Prostaglandins and the control of blood flow in the canine myocardium.
A comprehensive study was undertaken to evaluate the effects of inhibition of prostaglandin (PG) synthesis on a variety of reactions in the coronary vascular bed of anesthetized, open-chest dogs. In 23 dogs an electromagnetic flow probe (EMFP) and hydraulic occluder were placed around either the left anterior descending or circumflex branches of the coronary artery and a needle was inserted distral to the EMFP. Injections into the coronary artery of arachidonic acid (AA), bradykinin, adenosine, angiotensin, and PGE2 were given before and after inhibition of PG synthesis by indomethacin (IND) or meclofenamate (MF). The effects of the inhibitors on reactive hyperemia resulting from 5-, 10-, 15-, and 20-second occlusions and the dilation resulting from 90-second exposure to 8% O2 were also examined. In each experiment, inhibition of PG synthesis was ascertained by the elimination of vasodilation to AA. After administration of IND or MF, while baseline coronary blood flow was slightly reduced, the total increment of blood flow to vasodilator agents was not significantly altered. Whereas the peak dilation and volume of reactive hyperemia were decreased, the percent flow debt repaid was unchanged and total increment of coronary flow due to hypoxia-induced vasodilation was not significantly modified. Vasoconstrictor responses to angiotensin were also unchanged. These results indicate that while inhibitors of PG synthesis increase coronary resistance, they do not adversely affect vascular responsiveness. We conclude that prostaglandins play little, if any, role in modulating coronary blood flow.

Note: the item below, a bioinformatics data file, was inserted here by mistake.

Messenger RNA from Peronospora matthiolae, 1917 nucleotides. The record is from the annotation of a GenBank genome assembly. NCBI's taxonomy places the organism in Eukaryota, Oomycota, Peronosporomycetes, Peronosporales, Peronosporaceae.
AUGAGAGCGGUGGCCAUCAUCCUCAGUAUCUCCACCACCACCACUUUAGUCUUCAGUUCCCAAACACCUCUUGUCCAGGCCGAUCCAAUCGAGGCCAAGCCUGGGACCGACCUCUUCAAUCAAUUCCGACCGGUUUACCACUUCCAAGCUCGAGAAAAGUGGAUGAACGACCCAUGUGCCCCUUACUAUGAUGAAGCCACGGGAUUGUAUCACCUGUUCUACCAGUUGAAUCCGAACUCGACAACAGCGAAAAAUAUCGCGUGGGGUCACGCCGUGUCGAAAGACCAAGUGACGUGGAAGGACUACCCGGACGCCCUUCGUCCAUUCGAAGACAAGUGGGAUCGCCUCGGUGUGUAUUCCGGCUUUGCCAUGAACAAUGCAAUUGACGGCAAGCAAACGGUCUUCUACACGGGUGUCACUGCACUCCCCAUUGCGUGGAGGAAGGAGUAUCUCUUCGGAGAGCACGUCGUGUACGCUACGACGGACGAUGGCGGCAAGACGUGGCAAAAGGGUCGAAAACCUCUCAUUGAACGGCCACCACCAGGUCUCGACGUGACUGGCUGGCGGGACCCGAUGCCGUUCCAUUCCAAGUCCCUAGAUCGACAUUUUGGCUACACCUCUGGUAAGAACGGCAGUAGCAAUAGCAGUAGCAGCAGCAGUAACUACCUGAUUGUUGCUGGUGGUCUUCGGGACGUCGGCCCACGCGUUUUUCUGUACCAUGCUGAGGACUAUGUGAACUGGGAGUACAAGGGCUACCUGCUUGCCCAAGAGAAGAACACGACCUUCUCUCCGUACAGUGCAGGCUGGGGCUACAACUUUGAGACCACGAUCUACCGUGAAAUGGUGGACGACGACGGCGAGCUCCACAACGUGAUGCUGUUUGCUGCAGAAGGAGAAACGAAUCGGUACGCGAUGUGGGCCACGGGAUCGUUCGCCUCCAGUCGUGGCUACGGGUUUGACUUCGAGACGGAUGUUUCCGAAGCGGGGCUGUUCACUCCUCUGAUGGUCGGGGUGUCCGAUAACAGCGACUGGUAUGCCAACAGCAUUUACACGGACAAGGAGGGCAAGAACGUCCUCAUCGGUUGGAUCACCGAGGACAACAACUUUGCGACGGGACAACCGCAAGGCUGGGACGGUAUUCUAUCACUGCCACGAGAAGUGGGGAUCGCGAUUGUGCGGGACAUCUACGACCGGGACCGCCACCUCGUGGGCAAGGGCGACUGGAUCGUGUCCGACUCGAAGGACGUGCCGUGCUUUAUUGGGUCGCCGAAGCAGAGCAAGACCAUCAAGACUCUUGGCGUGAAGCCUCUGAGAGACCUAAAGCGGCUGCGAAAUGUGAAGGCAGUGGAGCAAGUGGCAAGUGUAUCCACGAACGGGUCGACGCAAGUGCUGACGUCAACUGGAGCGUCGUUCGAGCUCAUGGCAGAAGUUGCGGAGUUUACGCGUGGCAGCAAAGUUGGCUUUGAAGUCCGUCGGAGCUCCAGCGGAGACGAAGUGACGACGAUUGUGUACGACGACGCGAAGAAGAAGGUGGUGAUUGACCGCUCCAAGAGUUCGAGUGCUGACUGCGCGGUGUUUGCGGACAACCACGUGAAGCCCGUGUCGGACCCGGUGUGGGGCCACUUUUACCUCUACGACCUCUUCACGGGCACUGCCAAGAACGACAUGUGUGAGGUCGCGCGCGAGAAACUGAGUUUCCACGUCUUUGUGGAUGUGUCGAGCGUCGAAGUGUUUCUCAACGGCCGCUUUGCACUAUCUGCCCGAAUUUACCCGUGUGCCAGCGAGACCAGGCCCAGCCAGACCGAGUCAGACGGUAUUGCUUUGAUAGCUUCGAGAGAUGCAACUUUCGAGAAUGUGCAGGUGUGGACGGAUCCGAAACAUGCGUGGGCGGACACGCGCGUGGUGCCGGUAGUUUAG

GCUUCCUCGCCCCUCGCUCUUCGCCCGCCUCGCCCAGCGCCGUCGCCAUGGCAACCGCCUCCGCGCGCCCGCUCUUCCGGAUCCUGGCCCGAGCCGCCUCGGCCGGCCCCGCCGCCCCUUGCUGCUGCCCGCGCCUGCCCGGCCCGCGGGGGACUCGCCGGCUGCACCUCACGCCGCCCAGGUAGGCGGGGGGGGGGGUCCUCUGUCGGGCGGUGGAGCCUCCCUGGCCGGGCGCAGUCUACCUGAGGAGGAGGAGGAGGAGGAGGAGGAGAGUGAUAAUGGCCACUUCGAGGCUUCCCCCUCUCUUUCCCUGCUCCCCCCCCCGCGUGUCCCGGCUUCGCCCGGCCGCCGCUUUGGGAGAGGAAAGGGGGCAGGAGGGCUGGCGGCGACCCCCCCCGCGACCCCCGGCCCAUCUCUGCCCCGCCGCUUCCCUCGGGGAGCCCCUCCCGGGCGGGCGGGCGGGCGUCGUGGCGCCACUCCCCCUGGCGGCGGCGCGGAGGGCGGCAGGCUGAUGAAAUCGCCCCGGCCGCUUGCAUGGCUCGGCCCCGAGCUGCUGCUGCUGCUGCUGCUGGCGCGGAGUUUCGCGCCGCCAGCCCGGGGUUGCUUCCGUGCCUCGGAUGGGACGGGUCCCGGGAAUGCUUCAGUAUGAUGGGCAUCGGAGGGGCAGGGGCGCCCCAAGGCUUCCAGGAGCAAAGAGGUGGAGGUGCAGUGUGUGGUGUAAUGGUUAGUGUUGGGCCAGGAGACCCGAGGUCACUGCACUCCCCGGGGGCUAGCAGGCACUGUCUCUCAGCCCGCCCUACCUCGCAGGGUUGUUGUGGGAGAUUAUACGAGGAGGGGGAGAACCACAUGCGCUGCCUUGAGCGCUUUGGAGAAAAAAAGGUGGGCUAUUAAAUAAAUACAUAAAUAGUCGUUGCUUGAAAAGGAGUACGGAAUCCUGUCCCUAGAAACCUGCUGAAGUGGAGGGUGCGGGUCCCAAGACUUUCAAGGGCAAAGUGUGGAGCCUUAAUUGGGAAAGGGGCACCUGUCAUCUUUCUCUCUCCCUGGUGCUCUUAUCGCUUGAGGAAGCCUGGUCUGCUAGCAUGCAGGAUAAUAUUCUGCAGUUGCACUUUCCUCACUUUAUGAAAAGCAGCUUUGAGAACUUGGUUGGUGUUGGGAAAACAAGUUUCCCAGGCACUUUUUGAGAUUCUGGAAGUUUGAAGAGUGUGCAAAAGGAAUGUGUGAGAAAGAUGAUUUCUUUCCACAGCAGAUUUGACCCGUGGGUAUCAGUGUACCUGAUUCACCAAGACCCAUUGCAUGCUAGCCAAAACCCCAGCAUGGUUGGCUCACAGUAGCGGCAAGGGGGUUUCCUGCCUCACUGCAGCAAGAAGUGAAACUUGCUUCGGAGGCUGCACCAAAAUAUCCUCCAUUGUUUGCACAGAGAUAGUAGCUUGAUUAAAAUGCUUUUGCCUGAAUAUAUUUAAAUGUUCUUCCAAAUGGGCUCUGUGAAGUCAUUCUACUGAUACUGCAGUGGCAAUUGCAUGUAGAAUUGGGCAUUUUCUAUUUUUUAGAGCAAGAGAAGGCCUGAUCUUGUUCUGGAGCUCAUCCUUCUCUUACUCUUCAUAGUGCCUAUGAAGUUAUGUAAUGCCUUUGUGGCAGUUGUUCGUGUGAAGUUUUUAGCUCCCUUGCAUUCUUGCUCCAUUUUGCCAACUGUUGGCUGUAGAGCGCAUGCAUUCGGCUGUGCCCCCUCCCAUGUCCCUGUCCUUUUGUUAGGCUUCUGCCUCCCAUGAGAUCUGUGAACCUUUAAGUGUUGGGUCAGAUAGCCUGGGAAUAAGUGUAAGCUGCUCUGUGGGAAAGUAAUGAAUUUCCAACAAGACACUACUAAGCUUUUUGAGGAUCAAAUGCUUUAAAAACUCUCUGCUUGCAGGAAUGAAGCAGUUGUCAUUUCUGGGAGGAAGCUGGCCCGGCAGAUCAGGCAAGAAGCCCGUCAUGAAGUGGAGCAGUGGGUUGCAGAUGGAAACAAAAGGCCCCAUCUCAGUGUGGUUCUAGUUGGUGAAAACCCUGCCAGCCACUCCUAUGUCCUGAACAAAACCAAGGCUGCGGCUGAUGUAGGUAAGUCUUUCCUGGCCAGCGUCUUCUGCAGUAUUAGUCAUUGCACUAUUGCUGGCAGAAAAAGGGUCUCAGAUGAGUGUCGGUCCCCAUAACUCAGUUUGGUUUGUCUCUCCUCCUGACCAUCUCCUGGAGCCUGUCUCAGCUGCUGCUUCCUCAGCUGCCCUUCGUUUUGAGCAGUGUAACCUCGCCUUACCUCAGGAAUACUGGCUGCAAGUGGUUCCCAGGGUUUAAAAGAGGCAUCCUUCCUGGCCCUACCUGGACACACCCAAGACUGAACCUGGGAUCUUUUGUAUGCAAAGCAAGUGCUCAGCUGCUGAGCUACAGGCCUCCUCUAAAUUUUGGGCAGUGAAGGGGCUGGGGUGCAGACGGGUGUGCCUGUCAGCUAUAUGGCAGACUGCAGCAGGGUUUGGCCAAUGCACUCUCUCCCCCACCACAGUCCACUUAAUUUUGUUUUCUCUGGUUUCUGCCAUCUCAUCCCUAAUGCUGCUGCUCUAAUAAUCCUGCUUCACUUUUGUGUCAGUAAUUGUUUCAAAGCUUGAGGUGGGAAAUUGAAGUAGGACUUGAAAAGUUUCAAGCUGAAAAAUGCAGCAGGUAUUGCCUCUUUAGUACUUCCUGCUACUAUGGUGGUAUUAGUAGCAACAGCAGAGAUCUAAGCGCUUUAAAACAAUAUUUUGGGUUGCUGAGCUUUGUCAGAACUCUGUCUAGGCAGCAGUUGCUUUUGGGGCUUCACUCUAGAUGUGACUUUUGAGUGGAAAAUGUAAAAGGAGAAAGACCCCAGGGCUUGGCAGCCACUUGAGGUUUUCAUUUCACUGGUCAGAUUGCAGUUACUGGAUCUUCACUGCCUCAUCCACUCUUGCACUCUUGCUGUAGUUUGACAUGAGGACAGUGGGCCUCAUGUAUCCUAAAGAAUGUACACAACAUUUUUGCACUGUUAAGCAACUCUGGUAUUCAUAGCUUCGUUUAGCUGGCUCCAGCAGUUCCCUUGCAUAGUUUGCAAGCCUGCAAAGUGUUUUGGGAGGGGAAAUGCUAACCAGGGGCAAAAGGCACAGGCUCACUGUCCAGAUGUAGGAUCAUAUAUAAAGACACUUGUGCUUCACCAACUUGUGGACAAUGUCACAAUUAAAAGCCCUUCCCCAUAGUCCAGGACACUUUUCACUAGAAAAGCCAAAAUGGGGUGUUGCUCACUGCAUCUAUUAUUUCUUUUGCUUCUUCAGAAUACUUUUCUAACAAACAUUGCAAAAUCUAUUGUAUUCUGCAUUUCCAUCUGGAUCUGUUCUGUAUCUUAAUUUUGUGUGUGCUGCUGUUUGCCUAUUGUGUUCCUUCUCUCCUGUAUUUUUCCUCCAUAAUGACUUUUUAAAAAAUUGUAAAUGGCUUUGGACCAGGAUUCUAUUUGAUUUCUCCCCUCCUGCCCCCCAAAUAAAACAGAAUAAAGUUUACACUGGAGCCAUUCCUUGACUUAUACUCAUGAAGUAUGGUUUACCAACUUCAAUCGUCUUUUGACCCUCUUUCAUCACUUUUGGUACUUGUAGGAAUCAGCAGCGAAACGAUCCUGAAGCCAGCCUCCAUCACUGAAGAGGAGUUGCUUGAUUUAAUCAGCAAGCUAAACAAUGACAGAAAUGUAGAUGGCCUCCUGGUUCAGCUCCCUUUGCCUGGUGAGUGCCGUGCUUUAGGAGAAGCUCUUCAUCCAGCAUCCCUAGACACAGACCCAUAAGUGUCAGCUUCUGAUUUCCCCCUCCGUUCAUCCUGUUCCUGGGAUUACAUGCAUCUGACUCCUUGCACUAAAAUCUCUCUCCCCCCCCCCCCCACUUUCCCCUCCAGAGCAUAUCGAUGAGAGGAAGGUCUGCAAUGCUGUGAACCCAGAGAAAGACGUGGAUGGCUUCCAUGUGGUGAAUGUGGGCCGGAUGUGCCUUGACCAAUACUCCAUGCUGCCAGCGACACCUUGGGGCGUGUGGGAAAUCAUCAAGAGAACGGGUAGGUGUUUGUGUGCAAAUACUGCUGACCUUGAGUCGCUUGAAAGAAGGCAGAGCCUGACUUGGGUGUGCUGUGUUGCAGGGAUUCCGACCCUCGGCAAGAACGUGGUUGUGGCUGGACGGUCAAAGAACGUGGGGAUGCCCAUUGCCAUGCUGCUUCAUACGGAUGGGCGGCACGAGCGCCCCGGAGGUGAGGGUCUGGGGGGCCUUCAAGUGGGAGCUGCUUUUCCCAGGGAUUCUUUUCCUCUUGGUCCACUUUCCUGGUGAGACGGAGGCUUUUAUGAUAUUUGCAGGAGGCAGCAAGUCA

- Copyright © 1977 by American Heart Association